On July 24, 2008 SEC Chairman Christopher Cox testified before the Congressional Committee on Financial Services concerning the reform of the financial regulatory system.
Given these business, accounting, and regulatory differences, imposing the existing commercial bank regulatory regime on investment banks would be a mistake. It is conceivable that Congress could create a framework for investment banking that would intentionally discourage risk taking, reduce leverage, and restrict lines of business, but this would fundamentally alter the role that investment banks play in the capital formation that has fueled economic growth and innovation domestically and abroad. Such a course could be justified, if at all, only on the grounds that, like commercial banks which have long enjoyed explicit access to government-provided liquidity, investment banks’ activities must be controlled in order to protect the taxpayer.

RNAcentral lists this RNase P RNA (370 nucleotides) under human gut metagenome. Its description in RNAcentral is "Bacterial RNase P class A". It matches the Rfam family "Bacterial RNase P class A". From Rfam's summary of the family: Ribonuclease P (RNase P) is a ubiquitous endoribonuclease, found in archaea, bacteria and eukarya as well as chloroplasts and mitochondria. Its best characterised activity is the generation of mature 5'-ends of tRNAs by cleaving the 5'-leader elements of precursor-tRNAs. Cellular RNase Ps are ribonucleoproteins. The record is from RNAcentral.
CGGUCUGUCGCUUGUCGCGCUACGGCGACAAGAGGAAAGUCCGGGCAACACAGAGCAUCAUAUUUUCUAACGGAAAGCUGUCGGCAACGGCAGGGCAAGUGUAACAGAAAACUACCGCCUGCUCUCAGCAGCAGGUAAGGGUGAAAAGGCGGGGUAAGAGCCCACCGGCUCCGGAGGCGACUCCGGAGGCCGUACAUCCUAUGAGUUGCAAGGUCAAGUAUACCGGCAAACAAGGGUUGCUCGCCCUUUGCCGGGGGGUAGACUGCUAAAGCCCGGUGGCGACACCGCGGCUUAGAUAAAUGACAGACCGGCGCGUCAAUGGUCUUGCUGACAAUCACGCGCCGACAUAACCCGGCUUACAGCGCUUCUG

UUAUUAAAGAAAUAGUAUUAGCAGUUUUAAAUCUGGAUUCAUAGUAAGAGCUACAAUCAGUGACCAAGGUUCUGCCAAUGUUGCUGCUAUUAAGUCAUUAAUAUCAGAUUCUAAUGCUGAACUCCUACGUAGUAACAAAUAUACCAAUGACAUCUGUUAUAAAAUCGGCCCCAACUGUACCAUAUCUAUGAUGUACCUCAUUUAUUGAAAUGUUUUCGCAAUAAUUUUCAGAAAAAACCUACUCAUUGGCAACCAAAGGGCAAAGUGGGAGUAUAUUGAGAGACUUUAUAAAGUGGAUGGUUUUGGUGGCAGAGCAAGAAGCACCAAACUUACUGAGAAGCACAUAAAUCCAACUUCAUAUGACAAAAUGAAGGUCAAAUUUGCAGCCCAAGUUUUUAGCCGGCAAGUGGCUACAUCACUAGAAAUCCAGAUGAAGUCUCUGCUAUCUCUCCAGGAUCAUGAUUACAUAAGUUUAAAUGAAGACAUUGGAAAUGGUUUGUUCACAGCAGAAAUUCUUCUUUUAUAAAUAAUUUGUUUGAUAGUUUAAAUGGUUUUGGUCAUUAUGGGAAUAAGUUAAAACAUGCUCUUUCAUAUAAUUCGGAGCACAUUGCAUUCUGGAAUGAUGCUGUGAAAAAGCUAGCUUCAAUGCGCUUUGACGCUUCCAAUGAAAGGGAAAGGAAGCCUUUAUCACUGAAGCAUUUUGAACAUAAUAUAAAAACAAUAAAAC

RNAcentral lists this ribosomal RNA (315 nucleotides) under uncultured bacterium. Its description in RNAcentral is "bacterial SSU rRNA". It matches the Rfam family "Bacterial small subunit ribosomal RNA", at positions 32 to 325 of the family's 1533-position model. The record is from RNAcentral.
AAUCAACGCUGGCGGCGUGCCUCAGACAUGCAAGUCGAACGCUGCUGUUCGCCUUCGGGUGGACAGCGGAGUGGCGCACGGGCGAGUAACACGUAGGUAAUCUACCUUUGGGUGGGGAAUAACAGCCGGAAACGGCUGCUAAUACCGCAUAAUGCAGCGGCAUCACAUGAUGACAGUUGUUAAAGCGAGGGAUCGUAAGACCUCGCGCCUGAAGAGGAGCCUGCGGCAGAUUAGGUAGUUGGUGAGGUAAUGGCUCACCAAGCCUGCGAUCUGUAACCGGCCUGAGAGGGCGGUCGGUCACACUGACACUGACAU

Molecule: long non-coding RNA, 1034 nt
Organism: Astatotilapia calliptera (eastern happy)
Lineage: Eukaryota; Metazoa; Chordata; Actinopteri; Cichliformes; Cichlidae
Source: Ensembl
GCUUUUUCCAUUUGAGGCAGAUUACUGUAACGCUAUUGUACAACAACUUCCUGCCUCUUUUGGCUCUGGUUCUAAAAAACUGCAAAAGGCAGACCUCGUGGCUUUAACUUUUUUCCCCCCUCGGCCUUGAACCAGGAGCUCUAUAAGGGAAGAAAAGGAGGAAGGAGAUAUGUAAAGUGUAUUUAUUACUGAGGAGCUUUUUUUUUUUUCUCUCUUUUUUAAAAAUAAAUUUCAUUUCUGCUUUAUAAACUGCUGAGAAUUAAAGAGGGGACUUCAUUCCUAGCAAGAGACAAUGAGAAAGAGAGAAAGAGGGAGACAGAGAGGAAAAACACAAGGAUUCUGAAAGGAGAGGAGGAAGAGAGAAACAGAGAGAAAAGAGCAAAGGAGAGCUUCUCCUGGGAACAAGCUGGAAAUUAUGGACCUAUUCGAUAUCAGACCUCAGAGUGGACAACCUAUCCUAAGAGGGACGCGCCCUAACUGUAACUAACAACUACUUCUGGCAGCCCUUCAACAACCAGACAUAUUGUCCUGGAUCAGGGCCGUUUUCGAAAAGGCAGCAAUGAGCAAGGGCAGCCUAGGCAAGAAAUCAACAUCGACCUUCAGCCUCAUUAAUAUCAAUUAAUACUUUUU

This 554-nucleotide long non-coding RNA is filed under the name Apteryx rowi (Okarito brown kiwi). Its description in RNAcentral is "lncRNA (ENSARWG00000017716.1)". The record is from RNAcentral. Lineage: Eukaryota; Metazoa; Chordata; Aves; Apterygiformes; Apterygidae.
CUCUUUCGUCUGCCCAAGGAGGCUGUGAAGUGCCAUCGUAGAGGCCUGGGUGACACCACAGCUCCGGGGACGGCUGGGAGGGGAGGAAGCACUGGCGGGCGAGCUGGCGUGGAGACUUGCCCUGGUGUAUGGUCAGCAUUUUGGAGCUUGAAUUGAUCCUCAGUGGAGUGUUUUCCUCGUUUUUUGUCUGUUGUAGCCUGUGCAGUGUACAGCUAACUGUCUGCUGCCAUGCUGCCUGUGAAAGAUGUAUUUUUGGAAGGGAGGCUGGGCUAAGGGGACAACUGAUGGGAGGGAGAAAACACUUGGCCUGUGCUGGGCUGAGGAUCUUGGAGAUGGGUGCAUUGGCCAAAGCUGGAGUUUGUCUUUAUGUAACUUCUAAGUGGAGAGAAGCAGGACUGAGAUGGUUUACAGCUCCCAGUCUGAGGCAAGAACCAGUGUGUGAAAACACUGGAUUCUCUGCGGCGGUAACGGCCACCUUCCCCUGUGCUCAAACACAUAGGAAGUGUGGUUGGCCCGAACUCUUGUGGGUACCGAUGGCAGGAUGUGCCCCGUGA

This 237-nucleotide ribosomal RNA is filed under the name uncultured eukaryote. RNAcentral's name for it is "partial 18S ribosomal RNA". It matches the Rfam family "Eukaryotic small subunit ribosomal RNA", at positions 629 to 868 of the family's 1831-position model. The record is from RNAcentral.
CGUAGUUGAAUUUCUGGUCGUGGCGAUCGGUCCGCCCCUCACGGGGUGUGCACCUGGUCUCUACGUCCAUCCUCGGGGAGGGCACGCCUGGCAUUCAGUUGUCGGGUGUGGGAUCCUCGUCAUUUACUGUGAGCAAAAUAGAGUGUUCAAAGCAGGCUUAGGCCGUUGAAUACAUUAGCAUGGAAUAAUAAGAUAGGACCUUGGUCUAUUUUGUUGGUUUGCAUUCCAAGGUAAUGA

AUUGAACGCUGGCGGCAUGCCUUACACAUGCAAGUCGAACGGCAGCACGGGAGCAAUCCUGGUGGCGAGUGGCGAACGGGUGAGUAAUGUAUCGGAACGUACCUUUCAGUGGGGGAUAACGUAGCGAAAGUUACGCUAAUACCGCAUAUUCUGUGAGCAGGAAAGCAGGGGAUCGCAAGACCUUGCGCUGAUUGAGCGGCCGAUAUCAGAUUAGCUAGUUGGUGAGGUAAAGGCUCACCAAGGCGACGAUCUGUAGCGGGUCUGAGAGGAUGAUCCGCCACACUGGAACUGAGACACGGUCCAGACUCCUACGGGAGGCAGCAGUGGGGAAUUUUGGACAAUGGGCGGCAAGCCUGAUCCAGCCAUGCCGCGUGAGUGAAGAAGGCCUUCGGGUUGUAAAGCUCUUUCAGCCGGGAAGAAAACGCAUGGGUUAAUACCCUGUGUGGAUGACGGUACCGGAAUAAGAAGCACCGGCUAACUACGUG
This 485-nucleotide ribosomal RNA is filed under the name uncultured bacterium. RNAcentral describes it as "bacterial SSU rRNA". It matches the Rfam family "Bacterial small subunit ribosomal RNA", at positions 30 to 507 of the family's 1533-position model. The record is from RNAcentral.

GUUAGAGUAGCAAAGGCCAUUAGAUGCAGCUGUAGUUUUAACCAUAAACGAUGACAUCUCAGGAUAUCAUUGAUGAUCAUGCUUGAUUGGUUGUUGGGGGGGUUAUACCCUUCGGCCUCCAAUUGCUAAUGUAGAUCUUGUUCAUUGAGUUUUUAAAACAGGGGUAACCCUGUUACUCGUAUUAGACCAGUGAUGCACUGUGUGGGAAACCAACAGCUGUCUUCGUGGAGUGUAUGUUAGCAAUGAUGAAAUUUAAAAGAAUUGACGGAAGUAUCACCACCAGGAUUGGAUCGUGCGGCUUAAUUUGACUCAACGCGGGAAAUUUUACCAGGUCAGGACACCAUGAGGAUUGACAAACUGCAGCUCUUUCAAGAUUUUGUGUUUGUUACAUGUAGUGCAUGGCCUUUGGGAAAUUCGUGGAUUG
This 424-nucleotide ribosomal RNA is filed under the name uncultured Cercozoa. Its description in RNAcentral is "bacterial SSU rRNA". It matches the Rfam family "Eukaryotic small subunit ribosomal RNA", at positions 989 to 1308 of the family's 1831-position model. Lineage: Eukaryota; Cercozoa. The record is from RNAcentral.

This, however, makes clear that the more fundamental question is not whether investment banks should be regulated like commercial banks, but whether they should have permanent access to government-provided backstop liquidity. And if Congress were to answer that question in the affirmative, it is difficult to imagine that our markets would not produce new entities, perhaps hedge funds or other non-regulated firms, to take over the higher-risk capital markets functions of the formerly robust investment banks. That, in turn, would simply raise today’s questions anew.